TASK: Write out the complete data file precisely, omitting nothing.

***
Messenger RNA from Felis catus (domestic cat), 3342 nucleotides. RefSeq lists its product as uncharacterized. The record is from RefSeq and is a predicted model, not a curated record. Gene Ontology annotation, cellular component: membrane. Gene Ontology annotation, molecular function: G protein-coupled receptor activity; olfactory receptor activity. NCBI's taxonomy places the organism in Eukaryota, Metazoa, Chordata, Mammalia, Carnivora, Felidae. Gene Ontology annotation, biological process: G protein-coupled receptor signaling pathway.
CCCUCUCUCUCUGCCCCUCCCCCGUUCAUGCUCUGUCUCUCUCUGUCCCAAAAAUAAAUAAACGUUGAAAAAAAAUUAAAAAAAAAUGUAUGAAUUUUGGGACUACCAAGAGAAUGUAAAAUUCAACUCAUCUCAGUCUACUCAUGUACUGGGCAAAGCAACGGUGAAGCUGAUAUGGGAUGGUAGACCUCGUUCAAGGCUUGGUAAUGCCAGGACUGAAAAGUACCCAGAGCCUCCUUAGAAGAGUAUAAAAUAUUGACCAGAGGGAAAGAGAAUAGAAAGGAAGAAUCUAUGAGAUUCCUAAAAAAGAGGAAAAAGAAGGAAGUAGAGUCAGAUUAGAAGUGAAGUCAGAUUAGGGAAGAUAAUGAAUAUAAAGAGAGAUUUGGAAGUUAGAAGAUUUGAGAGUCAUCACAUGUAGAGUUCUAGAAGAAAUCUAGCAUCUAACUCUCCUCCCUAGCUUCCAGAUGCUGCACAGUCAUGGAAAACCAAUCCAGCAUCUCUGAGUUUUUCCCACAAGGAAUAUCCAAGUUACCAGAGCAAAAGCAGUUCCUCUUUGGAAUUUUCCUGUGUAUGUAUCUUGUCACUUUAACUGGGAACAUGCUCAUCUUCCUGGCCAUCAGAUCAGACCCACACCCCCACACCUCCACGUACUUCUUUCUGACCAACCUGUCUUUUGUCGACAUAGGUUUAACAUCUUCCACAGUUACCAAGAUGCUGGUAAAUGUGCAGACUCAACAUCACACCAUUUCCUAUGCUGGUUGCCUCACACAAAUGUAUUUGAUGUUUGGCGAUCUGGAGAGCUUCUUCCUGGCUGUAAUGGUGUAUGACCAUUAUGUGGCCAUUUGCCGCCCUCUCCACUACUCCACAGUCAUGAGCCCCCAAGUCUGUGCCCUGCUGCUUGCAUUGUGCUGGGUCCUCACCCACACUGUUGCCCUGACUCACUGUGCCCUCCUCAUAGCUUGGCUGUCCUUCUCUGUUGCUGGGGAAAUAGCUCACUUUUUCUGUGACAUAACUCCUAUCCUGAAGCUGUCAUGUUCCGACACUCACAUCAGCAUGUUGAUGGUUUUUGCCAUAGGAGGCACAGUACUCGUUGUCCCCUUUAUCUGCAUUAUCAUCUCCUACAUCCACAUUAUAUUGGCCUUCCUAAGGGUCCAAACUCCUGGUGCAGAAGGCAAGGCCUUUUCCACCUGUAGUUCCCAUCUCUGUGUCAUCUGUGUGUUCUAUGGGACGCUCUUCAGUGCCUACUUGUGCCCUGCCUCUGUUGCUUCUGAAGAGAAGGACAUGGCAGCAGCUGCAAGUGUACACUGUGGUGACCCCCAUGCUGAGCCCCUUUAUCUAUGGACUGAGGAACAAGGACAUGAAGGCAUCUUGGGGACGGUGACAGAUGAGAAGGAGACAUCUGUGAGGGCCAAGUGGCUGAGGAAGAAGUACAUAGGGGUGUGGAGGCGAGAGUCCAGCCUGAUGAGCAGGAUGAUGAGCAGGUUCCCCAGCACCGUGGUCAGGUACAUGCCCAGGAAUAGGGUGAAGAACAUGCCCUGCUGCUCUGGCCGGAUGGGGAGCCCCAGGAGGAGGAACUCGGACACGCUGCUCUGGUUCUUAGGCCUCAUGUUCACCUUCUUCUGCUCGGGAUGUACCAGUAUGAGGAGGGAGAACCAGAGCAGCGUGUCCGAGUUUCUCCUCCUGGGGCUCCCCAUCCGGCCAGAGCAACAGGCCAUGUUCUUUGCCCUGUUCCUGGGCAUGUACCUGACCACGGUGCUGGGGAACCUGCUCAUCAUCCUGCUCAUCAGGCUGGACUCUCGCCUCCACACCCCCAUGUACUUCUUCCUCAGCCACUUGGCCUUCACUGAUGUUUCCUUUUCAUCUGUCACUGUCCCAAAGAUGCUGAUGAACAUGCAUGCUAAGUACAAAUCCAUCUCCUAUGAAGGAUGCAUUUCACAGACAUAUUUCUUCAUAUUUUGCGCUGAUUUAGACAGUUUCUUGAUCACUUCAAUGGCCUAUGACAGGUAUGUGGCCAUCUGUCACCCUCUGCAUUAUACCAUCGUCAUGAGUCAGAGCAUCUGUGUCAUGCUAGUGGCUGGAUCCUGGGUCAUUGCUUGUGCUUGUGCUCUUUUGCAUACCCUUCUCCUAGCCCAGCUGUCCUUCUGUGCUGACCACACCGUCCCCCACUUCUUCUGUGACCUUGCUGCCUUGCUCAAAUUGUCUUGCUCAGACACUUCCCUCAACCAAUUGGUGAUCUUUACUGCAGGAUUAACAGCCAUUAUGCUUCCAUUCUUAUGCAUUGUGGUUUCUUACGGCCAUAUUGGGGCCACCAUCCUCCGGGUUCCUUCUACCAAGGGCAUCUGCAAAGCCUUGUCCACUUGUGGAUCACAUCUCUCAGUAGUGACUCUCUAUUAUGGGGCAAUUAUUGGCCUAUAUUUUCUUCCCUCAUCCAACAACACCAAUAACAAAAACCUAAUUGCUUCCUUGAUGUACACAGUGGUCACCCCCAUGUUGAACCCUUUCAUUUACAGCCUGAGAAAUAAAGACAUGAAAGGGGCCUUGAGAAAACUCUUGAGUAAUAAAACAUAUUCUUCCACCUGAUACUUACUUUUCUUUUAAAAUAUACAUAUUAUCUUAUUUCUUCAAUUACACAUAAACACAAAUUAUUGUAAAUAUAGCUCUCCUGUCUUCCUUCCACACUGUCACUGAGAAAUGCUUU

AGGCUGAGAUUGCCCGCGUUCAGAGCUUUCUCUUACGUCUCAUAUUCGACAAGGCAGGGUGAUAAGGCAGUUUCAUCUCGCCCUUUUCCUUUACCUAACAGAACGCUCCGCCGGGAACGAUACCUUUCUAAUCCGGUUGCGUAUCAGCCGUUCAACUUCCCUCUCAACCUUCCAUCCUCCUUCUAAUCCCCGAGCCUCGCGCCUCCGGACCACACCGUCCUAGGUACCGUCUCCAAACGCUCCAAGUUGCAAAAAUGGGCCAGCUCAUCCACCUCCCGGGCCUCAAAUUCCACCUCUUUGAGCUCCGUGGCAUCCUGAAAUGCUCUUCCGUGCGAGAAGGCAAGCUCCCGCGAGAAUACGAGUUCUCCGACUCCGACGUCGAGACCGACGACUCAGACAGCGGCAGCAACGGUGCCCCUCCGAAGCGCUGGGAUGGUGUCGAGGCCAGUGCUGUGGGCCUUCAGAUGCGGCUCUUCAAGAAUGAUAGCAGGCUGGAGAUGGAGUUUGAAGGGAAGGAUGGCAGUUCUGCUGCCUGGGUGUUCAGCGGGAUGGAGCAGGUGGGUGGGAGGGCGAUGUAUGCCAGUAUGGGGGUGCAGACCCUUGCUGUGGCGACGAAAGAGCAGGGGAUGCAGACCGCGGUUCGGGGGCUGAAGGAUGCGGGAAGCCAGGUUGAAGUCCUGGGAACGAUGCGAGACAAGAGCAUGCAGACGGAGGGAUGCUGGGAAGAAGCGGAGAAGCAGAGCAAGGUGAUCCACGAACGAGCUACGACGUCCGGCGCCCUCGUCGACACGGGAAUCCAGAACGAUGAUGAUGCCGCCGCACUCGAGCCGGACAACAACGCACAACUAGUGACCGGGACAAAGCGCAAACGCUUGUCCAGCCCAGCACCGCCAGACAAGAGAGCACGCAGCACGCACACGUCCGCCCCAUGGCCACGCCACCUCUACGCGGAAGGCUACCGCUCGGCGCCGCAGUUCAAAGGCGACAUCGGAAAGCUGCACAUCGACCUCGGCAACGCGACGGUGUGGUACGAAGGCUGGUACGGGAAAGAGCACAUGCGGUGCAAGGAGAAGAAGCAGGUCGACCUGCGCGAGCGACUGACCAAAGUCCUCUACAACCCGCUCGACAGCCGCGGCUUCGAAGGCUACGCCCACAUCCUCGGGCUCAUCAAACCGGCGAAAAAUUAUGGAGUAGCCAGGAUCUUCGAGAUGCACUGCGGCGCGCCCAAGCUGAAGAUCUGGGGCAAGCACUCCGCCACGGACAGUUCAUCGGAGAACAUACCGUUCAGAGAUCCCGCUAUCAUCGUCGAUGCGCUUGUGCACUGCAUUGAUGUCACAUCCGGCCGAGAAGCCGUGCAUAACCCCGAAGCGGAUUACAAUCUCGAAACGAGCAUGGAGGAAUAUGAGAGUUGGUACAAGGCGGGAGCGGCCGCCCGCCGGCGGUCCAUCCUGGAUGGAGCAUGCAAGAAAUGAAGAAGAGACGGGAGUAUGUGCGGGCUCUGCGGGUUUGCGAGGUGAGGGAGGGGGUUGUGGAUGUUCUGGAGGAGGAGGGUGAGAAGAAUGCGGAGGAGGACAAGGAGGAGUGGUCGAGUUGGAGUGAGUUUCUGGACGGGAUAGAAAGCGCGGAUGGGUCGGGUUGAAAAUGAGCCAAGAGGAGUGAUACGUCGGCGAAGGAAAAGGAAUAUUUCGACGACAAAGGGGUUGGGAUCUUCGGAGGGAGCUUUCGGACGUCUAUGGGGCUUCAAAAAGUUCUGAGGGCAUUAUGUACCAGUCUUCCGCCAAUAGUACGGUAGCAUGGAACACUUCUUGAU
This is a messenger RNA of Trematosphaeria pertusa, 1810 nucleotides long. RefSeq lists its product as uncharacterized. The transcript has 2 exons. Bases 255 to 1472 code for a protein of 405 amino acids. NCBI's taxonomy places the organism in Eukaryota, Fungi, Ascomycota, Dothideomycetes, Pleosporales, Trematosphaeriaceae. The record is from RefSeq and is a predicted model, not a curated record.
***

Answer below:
Messenger RNA from Felis catus (domestic cat), 3342 nucleotides. RefSeq lists its product as uncharacterized. The record is from RefSeq and is a predicted model, not a curated record. Gene Ontology annotation, cellular component: membrane. Gene Ontology annotation, molecular function: G protein-coupled receptor activity; olfactory receptor activity. NCBI's taxonomy places the organism in Eukaryota, Metazoa, Chordata, Mammalia, Carnivora, Felidae. Gene Ontology annotation, biological process: G protein-coupled receptor signaling pathway.
CCCUCUCUCUCUGCCCCUCCCCCGUUCAUGCUCUGUCUCUCUCUGUCCCAAAAAUAAAUAAACGUUGAAAAAAAAUUAAAAAAAAAUGUAUGAAUUUUGGGACUACCAAGAGAAUGUAAAAUUCAACUCAUCUCAGUCUACUCAUGUACUGGGCAAAGCAACGGUGAAGCUGAUAUGGGAUGGUAGACCUCGUUCAAGGCUUGGUAAUGCCAGGACUGAAAAGUACCCAGAGCCUCCUUAGAAGAGUAUAAAAUAUUGACCAGAGGGAAAGAGAAUAGAAAGGAAGAAUCUAUGAGAUUCCUAAAAAAGAGGAAAAAGAAGGAAGUAGAGUCAGAUUAGAAGUGAAGUCAGAUUAGGGAAGAUAAUGAAUAUAAAGAGAGAUUUGGAAGUUAGAAGAUUUGAGAGUCAUCACAUGUAGAGUUCUAGAAGAAAUCUAGCAUCUAACUCUCCUCCCUAGCUUCCAGAUGCUGCACAGUCAUGGAAAACCAAUCCAGCAUCUCUGAGUUUUUCCCACAAGGAAUAUCCAAGUUACCAGAGCAAAAGCAGUUCCUCUUUGGAAUUUUCCUGUGUAUGUAUCUUGUCACUUUAACUGGGAACAUGCUCAUCUUCCUGGCCAUCAGAUCAGACCCACACCCCCACACCUCCACGUACUUCUUUCUGACCAACCUGUCUUUUGUCGACAUAGGUUUAACAUCUUCCACAGUUACCAAGAUGCUGGUAAAUGUGCAGACUCAACAUCACACCAUUUCCUAUGCUGGUUGCCUCACACAAAUGUAUUUGAUGUUUGGCGAUCUGGAGAGCUUCUUCCUGGCUGUAAUGGUGUAUGACCAUUAUGUGGCCAUUUGCCGCCCUCUCCACUACUCCACAGUCAUGAGCCCCCAAGUCUGUGCCCUGCUGCUUGCAUUGUGCUGGGUCCUCACCCACACUGUUGCCCUGACUCACUGUGCCCUCCUCAUAGCUUGGCUGUCCUUCUCUGUUGCUGGGGAAAUAGCUCACUUUUUCUGUGACAUAACUCCUAUCCUGAAGCUGUCAUGUUCCGACACUCACAUCAGCAUGUUGAUGGUUUUUGCCAUAGGAGGCACAGUACUCGUUGUCCCCUUUAUCUGCAUUAUCAUCUCCUACAUCCACAUUAUAUUGGCCUUCCUAAGGGUCCAAACUCCUGGUGCAGAAGGCAAGGCCUUUUCCACCUGUAGUUCCCAUCUCUGUGUCAUCUGUGUGUUCUAUGGGACGCUCUUCAGUGCCUACUUGUGCCCUGCCUCUGUUGCUUCUGAAGAGAAGGACAUGGCAGCAGCUGCAAGUGUACACUGUGGUGACCCCCAUGCUGAGCCCCUUUAUCUAUGGACUGAGGAACAAGGACAUGAAGGCAUCUUGGGGACGGUGACAGAUGAGAAGGAGACAUCUGUGAGGGCCAAGUGGCUGAGGAAGAAGUACAUAGGGGUGUGGAGGCGAGAGUCCAGCCUGAUGAGCAGGAUGAUGAGCAGGUUCCCCAGCACCGUGGUCAGGUACAUGCCCAGGAAUAGGGUGAAGAACAUGCCCUGCUGCUCUGGCCGGAUGGGGAGCCCCAGGAGGAGGAACUCGGACACGCUGCUCUGGUUCUUAGGCCUCAUGUUCACCUUCUUCUGCUCGGGAUGUACCAGUAUGAGGAGGGAGAACCAGAGCAGCGUGUCCGAGUUUCUCCUCCUGGGGCUCCCCAUCCGGCCAGAGCAACAGGCCAUGUUCUUUGCCCUGUUCCUGGGCAUGUACCUGACCACGGUGCUGGGGAACCUGCUCAUCAUCCUGCUCAUCAGGCUGGACUCUCGCCUCCACACCCCCAUGUACUUCUUCCUCAGCCACUUGGCCUUCACUGAUGUUUCCUUUUCAUCUGUCACUGUCCCAAAGAUGCUGAUGAACAUGCAUGCUAAGUACAAAUCCAUCUCCUAUGAAGGAUGCAUUUCACAGACAUAUUUCUUCAUAUUUUGCGCUGAUUUAGACAGUUUCUUGAUCACUUCAAUGGCCUAUGACAGGUAUGUGGCCAUCUGUCACCCUCUGCAUUAUACCAUCGUCAUGAGUCAGAGCAUCUGUGUCAUGCUAGUGGCUGGAUCCUGGGUCAUUGCUUGUGCUUGUGCUCUUUUGCAUACCCUUCUCCUAGCCCAGCUGUCCUUCUGUGCUGACCACACCGUCCCCCACUUCUUCUGUGACCUUGCUGCCUUGCUCAAAUUGUCUUGCUCAGACACUUCCCUCAACCAAUUGGUGAUCUUUACUGCAGGAUUAACAGCCAUUAUGCUUCCAUUCUUAUGCAUUGUGGUUUCUUACGGCCAUAUUGGGGCCACCAUCCUCCGGGUUCCUUCUACCAAGGGCAUCUGCAAAGCCUUGUCCACUUGUGGAUCACAUCUCUCAGUAGUGACUCUCUAUUAUGGGGCAAUUAUUGGCCUAUAUUUUCUUCCCUCAUCCAACAACACCAAUAACAAAAACCUAAUUGCUUCCUUGAUGUACACAGUGGUCACCCCCAUGUUGAACCCUUUCAUUUACAGCCUGAGAAAUAAAGACAUGAAAGGGGCCUUGAGAAAACUCUUGAGUAAUAAAACAUAUUCUUCCACCUGAUACUUACUUUUCUUUUAAAAUAUACAUAUUAUCUUAUUUCUUCAAUUACACAUAAACACAAAUUAUUGUAAAUAUAGCUCUCCUGUCUUCCUUCCACACUGUCACUGAGAAAUGCUUU

AGGCUGAGAUUGCCCGCGUUCAGAGCUUUCUCUUACGUCUCAUAUUCGACAAGGCAGGGUGAUAAGGCAGUUUCAUCUCGCCCUUUUCCUUUACCUAACAGAACGCUCCGCCGGGAACGAUACCUUUCUAAUCCGGUUGCGUAUCAGCCGUUCAACUUCCCUCUCAACCUUCCAUCCUCCUUCUAAUCCCCGAGCCUCGCGCCUCCGGACCACACCGUCCUAGGUACCGUCUCCAAACGCUCCAAGUUGCAAAAAUGGGCCAGCUCAUCCACCUCCCGGGCCUCAAAUUCCACCUCUUUGAGCUCCGUGGCAUCCUGAAAUGCUCUUCCGUGCGAGAAGGCAAGCUCCCGCGAGAAUACGAGUUCUCCGACUCCGACGUCGAGACCGACGACUCAGACAGCGGCAGCAACGGUGCCCCUCCGAAGCGCUGGGAUGGUGUCGAGGCCAGUGCUGUGGGCCUUCAGAUGCGGCUCUUCAAGAAUGAUAGCAGGCUGGAGAUGGAGUUUGAAGGGAAGGAUGGCAGUUCUGCUGCCUGGGUGUUCAGCGGGAUGGAGCAGGUGGGUGGGAGGGCGAUGUAUGCCAGUAUGGGGGUGCAGACCCUUGCUGUGGCGACGAAAGAGCAGGGGAUGCAGACCGCGGUUCGGGGGCUGAAGGAUGCGGGAAGCCAGGUUGAAGUCCUGGGAACGAUGCGAGACAAGAGCAUGCAGACGGAGGGAUGCUGGGAAGAAGCGGAGAAGCAGAGCAAGGUGAUCCACGAACGAGCUACGACGUCCGGCGCCCUCGUCGACACGGGAAUCCAGAACGAUGAUGAUGCCGCCGCACUCGAGCCGGACAACAACGCACAACUAGUGACCGGGACAAAGCGCAAACGCUUGUCCAGCCCAGCACCGCCAGACAAGAGAGCACGCAGCACGCACACGUCCGCCCCAUGGCCACGCCACCUCUACGCGGAAGGCUACCGCUCGGCGCCGCAGUUCAAAGGCGACAUCGGAAAGCUGCACAUCGACCUCGGCAACGCGACGGUGUGGUACGAAGGCUGGUACGGGAAAGAGCACAUGCGGUGCAAGGAGAAGAAGCAGGUCGACCUGCGCGAGCGACUGACCAAAGUCCUCUACAACCCGCUCGACAGCCGCGGCUUCGAAGGCUACGCCCACAUCCUCGGGCUCAUCAAACCGGCGAAAAAUUAUGGAGUAGCCAGGAUCUUCGAGAUGCACUGCGGCGCGCCCAAGCUGAAGAUCUGGGGCAAGCACUCCGCCACGGACAGUUCAUCGGAGAACAUACCGUUCAGAGAUCCCGCUAUCAUCGUCGAUGCGCUUGUGCACUGCAUUGAUGUCACAUCCGGCCGAGAAGCCGUGCAUAACCCCGAAGCGGAUUACAAUCUCGAAACGAGCAUGGAGGAAUAUGAGAGUUGGUACAAGGCGGGAGCGGCCGCCCGCCGGCGGUCCAUCCUGGAUGGAGCAUGCAAGAAAUGAAGAAGAGACGGGAGUAUGUGCGGGCUCUGCGGGUUUGCGAGGUGAGGGAGGGGGUUGUGGAUGUUCUGGAGGAGGAGGGUGAGAAGAAUGCGGAGGAGGACAAGGAGGAGUGGUCGAGUUGGAGUGAGUUUCUGGACGGGAUAGAAAGCGCGGAUGGGUCGGGUUGAAAAUGAGCCAAGAGGAGUGAUACGUCGGCGAAGGAAAAGGAAUAUUUCGACGACAAAGGGGUUGGGAUCUUCGGAGGGAGCUUUCGGACGUCUAUGGGGCUUCAAAAAGUUCUGAGGGCAUUAUGUACCAGUCUUCCGCCAAUAGUACGGUAGCAUGGAACACUUCUUGAU
This is a messenger RNA of Trematosphaeria pertusa, 1810 nucleotides long. RefSeq lists its product as uncharacterized. The transcript has 2 exons. Bases 255 to 1472 code for a protein of 405 amino acids. NCBI's taxonomy places the organism in Eukaryota, Fungi, Ascomycota, Dothideomycetes, Pleosporales, Trematosphaeriaceae. The record is from RefSeq and is a predicted model, not a curated record.